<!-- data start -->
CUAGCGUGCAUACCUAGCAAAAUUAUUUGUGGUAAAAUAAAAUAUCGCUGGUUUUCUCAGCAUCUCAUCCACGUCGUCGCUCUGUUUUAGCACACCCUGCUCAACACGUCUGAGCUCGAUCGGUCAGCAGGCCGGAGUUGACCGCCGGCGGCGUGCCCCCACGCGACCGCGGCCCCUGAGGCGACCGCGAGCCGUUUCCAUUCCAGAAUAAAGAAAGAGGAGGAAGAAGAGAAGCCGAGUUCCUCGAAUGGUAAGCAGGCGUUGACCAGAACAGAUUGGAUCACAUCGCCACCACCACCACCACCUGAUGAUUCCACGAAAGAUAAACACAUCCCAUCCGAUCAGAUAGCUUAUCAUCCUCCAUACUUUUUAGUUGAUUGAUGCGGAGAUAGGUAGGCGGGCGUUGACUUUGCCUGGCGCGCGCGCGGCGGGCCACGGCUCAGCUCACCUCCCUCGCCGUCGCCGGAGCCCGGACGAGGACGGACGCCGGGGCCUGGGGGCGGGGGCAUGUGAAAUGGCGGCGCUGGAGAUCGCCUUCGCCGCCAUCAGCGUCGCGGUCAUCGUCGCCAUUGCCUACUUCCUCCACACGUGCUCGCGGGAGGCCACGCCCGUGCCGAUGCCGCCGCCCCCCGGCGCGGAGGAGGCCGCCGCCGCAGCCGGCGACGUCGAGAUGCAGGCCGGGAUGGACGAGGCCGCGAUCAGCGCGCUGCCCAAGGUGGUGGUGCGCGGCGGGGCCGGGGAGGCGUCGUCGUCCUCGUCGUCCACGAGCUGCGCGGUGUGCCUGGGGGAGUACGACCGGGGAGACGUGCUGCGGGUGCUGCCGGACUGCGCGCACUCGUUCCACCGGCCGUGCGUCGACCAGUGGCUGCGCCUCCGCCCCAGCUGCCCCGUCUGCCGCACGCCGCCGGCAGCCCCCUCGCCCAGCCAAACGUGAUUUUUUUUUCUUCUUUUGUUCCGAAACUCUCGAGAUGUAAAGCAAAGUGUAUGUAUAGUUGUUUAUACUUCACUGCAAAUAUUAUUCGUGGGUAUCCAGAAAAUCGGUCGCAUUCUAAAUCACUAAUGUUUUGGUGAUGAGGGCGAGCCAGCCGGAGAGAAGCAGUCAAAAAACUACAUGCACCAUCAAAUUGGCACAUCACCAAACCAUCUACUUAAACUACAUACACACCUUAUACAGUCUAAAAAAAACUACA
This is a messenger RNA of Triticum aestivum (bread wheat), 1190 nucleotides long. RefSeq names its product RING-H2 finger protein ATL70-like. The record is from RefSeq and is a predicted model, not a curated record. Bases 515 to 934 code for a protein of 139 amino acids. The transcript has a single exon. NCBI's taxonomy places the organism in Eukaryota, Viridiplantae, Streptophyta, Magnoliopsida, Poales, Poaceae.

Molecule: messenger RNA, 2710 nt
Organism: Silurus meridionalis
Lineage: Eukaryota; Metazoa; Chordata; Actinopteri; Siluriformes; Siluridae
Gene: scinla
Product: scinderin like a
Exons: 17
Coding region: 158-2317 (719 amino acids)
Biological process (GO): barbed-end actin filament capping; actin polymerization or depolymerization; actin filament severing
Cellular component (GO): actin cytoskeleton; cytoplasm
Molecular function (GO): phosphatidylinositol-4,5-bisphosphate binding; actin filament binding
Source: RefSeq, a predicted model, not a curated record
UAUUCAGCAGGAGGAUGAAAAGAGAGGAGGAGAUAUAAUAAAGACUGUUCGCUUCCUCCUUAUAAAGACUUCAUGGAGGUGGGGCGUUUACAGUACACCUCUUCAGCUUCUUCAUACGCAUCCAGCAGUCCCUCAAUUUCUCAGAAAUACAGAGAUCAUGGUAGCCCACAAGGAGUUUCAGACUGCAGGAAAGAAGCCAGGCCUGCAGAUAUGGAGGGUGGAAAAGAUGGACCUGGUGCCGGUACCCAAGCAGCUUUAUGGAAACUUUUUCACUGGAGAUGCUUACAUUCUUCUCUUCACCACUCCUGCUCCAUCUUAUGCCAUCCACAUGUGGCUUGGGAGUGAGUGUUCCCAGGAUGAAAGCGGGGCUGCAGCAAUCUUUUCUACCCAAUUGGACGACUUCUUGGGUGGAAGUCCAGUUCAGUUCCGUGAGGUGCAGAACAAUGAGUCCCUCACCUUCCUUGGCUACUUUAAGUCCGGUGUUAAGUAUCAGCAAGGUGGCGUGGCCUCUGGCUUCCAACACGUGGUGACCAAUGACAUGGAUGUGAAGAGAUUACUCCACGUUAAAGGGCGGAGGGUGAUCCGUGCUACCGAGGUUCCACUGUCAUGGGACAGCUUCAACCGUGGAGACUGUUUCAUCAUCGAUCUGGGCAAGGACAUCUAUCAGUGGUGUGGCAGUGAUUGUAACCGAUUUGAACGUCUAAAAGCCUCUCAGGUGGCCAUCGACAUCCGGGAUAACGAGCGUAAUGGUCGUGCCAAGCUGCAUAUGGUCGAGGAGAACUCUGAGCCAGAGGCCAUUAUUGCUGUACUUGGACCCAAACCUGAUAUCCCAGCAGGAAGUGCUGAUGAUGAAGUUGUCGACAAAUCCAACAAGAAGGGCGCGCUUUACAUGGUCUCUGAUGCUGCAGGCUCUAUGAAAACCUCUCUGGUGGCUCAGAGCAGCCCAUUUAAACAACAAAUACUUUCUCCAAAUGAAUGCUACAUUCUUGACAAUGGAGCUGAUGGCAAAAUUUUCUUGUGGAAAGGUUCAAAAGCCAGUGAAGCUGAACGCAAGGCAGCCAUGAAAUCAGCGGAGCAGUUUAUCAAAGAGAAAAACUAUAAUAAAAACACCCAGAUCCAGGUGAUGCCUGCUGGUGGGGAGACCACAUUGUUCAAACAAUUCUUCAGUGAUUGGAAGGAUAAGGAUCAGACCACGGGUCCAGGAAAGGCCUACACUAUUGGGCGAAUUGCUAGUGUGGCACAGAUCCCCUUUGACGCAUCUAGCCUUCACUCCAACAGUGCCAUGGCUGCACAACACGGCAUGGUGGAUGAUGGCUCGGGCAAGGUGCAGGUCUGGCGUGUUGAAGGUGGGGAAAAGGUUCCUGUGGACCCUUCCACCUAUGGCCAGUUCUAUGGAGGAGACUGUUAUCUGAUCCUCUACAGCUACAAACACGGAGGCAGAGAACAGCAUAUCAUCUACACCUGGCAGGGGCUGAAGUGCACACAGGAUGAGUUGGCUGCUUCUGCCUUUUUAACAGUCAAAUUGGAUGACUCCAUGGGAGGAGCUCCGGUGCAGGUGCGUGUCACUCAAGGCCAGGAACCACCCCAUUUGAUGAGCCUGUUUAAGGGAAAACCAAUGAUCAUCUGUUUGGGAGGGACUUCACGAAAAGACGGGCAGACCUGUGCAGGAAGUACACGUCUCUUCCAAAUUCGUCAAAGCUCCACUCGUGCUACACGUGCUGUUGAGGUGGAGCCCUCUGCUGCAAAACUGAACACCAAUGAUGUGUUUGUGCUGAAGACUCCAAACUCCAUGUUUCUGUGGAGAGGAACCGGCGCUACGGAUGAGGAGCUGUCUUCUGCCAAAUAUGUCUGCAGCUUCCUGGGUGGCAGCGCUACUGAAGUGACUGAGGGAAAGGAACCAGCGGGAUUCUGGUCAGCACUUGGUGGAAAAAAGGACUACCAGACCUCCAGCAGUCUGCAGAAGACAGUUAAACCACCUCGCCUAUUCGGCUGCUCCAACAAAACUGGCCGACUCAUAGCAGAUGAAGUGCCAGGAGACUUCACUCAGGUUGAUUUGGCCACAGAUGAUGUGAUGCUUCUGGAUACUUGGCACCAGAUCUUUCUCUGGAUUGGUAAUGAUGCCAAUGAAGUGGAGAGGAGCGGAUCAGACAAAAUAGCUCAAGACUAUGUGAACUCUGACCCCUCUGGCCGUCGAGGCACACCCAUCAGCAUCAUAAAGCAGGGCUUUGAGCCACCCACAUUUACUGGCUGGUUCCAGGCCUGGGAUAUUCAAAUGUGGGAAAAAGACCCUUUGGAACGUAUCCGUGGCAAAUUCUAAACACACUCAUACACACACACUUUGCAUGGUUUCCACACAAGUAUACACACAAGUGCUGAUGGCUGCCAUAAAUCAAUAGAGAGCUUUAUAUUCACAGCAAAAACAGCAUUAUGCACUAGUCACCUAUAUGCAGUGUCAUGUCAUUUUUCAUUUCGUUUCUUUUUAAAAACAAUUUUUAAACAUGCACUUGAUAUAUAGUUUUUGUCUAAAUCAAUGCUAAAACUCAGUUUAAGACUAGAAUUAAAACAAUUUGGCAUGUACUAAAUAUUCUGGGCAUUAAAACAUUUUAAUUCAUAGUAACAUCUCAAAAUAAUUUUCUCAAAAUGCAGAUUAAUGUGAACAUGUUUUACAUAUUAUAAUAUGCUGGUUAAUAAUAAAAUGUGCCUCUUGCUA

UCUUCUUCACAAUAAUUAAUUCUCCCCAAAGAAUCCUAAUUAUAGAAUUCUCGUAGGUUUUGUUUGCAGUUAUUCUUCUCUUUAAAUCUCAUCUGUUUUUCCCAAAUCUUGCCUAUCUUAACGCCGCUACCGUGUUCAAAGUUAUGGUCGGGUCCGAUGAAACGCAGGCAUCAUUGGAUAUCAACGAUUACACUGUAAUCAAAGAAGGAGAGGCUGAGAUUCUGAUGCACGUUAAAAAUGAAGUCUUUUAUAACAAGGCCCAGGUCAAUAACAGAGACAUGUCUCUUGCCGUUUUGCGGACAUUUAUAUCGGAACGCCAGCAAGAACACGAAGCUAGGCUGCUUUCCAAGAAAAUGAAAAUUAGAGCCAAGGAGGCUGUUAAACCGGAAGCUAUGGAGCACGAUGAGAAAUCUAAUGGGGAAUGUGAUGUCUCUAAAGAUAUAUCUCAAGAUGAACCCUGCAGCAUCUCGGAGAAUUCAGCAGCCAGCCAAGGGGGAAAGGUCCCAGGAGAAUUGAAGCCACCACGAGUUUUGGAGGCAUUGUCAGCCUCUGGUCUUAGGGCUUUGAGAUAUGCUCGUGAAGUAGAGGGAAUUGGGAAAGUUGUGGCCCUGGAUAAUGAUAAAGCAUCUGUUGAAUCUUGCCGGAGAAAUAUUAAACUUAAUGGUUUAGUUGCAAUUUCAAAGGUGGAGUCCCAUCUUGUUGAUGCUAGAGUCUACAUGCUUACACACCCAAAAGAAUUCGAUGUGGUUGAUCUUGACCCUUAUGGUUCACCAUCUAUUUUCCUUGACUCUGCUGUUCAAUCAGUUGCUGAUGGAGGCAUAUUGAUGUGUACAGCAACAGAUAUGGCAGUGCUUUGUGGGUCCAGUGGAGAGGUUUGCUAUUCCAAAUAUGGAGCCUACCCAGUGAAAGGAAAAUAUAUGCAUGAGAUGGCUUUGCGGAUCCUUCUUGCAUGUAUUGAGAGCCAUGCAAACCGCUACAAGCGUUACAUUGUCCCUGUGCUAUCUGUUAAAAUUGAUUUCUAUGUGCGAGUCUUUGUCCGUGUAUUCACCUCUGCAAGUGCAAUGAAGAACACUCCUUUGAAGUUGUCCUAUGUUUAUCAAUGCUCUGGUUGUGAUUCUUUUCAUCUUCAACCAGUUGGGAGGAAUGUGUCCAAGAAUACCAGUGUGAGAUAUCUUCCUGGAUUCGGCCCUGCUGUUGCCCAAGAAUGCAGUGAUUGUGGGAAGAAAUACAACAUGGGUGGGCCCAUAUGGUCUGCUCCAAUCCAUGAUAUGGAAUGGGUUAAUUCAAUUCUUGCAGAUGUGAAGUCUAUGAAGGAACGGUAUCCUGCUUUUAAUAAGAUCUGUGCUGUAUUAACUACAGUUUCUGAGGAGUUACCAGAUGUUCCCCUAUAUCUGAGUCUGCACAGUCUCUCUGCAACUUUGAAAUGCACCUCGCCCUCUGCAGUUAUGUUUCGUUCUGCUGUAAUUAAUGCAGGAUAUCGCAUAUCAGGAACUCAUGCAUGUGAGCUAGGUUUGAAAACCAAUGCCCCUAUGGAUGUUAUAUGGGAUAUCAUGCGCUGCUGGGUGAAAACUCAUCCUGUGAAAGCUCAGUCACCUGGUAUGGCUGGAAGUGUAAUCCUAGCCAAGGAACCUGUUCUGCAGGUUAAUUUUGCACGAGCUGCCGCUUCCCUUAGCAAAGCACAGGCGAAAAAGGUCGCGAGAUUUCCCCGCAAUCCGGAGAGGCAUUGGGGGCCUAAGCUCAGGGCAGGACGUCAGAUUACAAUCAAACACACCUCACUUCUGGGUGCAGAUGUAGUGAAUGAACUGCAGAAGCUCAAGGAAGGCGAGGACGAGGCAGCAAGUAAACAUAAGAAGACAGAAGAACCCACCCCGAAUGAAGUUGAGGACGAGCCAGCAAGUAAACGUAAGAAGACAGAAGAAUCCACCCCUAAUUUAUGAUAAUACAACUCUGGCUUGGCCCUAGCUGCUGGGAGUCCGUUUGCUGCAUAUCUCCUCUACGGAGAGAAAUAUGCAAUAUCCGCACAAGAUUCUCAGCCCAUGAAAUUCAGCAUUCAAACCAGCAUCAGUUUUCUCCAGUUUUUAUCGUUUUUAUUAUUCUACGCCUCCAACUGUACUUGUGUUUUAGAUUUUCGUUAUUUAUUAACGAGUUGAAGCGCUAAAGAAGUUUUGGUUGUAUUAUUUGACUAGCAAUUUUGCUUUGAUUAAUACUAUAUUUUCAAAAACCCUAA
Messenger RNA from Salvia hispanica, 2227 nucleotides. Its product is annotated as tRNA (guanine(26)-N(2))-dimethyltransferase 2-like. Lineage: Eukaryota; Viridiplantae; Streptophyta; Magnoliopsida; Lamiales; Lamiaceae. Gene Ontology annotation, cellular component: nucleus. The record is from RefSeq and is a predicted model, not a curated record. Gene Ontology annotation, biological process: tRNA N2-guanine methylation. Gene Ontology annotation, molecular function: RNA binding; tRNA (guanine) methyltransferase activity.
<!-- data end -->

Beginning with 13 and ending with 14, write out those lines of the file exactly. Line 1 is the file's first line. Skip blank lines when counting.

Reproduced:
Source: RefSeq, a predicted model, not a curated record
UAUUCAGCAGGAGGAUGAAAAGAGAGGAGGAGAUAUAAUAAAGACUGUUCGCUUCCUCCUUAUAAAGACUUCAUGGAGGUGGGGCGUUUACAGUACACCUCUUCAGCUUCUUCAUACGCAUCCAGCAGUCCCUCAAUUUCUCAGAAAUACAGAGAUCAUGGUAGCCCACAAGGAGUUUCAGACUGCAGGAAAGAAGCCAGGCCUGCAGAUAUGGAGGGUGGAAAAGAUGGACCUGGUGCCGGUACCCAAGCAGCUUUAUGGAAACUUUUUCACUGGAGAUGCUUACAUUCUUCUCUUCACCACUCCUGCUCCAUCUUAUGCCAUCCACAUGUGGCUUGGGAGUGAGUGUUCCCAGGAUGAAAGCGGGGCUGCAGCAAUCUUUUCUACCCAAUUGGACGACUUCUUGGGUGGAAGUCCAGUUCAGUUCCGUGAGGUGCAGAACAAUGAGUCCCUCACCUUCCUUGGCUACUUUAAGUCCGGUGUUAAGUAUCAGCAAGGUGGCGUGGCCUCUGGCUUCCAACACGUGGUGACCAAUGACAUGGAUGUGAAGAGAUUACUCCACGUUAAAGGGCGGAGGGUGAUCCGUGCUACCGAGGUUCCACUGUCAUGGGACAGCUUCAACCGUGGAGACUGUUUCAUCAUCGAUCUGGGCAAGGACAUCUAUCAGUGGUGUGGCAGUGAUUGUAACCGAUUUGAACGUCUAAAAGCCUCUCAGGUGGCCAUCGACAUCCGGGAUAACGAGCGUAAUGGUCGUGCCAAGCUGCAUAUGGUCGAGGAGAACUCUGAGCCAGAGGCCAUUAUUGCUGUACUUGGACCCAAACCUGAUAUCCCAGCAGGAAGUGCUGAUGAUGAAGUUGUCGACAAAUCCAACAAGAAGGGCGCGCUUUACAUGGUCUCUGAUGCUGCAGGCUCUAUGAAAACCUCUCUGGUGGCUCAGAGCAGCCCAUUUAAACAACAAAUACUUUCUCCAAAUGAAUGCUACAUUCUUGACAAUGGAGCUGAUGGCAAAAUUUUCUUGUGGAAAGGUUCAAAAGCCAGUGAAGCUGAACGCAAGGCAGCCAUGAAAUCAGCGGAGCAGUUUAUCAAAGAGAAAAACUAUAAUAAAAACACCCAGAUCCAGGUGAUGCCUGCUGGUGGGGAGACCACAUUGUUCAAACAAUUCUUCAGUGAUUGGAAGGAUAAGGAUCAGACCACGGGUCCAGGAAAGGCCUACACUAUUGGGCGAAUUGCUAGUGUGGCACAGAUCCCCUUUGACGCAUCUAGCCUUCACUCCAACAGUGCCAUGGCUGCACAACACGGCAUGGUGGAUGAUGGCUCGGGCAAGGUGCAGGUCUGGCGUGUUGAAGGUGGGGAAAAGGUUCCUGUGGACCCUUCCACCUAUGGCCAGUUCUAUGGAGGAGACUGUUAUCUGAUCCUCUACAGCUACAAACACGGAGGCAGAGAACAGCAUAUCAUCUACACCUGGCAGGGGCUGAAGUGCACACAGGAUGAGUUGGCUGCUUCUGCCUUUUUAACAGUCAAAUUGGAUGACUCCAUGGGAGGAGCUCCGGUGCAGGUGCGUGUCACUCAAGGCCAGGAACCACCCCAUUUGAUGAGCCUGUUUAAGGGAAAACCAAUGAUCAUCUGUUUGGGAGGGACUUCACGAAAAGACGGGCAGACCUGUGCAGGAAGUACACGUCUCUUCCAAAUUCGUCAAAGCUCCACUCGUGCUACACGUGCUGUUGAGGUGGAGCCCUCUGCUGCAAAACUGAACACCAAUGAUGUGUUUGUGCUGAAGACUCCAAACUCCAUGUUUCUGUGGAGAGGAACCGGCGCUACGGAUGAGGAGCUGUCUUCUGCCAAAUAUGUCUGCAGCUUCCUGGGUGGCAGCGCUACUGAAGUGACUGAGGGAAAGGAACCAGCGGGAUUCUGGUCAGCACUUGGUGGAAAAAAGGACUACCAGACCUCCAGCAGUCUGCAGAAGACAGUUAAACCACCUCGCCUAUUCGGCUGCUCCAACAAAACUGGCCGACUCAUAGCAGAUGAAGUGCCAGGAGACUUCACUCAGGUUGAUUUGGCCACAGAUGAUGUGAUGCUUCUGGAUACUUGGCACCAGAUCUUUCUCUGGAUUGGUAAUGAUGCCAAUGAAGUGGAGAGGAGCGGAUCAGACAAAAUAGCUCAAGACUAUGUGAACUCUGACCCCUCUGGCCGUCGAGGCACACCCAUCAGCAUCAUAAAGCAGGGCUUUGAGCCACCCACAUUUACUGGCUGGUUCCAGGCCUGGGAUAUUCAAAUGUGGGAAAAAGACCCUUUGGAACGUAUCCGUGGCAAAUUCUAAACACACUCAUACACACACACUUUGCAUGGUUUCCACACAAGUAUACACACAAGUGCUGAUGGCUGCCAUAAAUCAAUAGAGAGCUUUAUAUUCACAGCAAAAACAGCAUUAUGCACUAGUCACCUAUAUGCAGUGUCAUGUCAUUUUUCAUUUCGUUUCUUUUUAAAAACAAUUUUUAAACAUGCACUUGAUAUAUAGUUUUUGUCUAAAUCAAUGCUAAAACUCAGUUUAAGACUAGAAUUAAAACAAUUUGGCAUGUACUAAAUAUUCUGGGCAUUAAAACAUUUUAAUUCAUAGUAACAUCUCAAAAUAAUUUUCUCAAAAUGCAGAUUAAUGUGAACAUGUUUUACAUAUUAUAAUAUGCUGGUUAAUAAUAAAAUGUGCCUCUUGCUA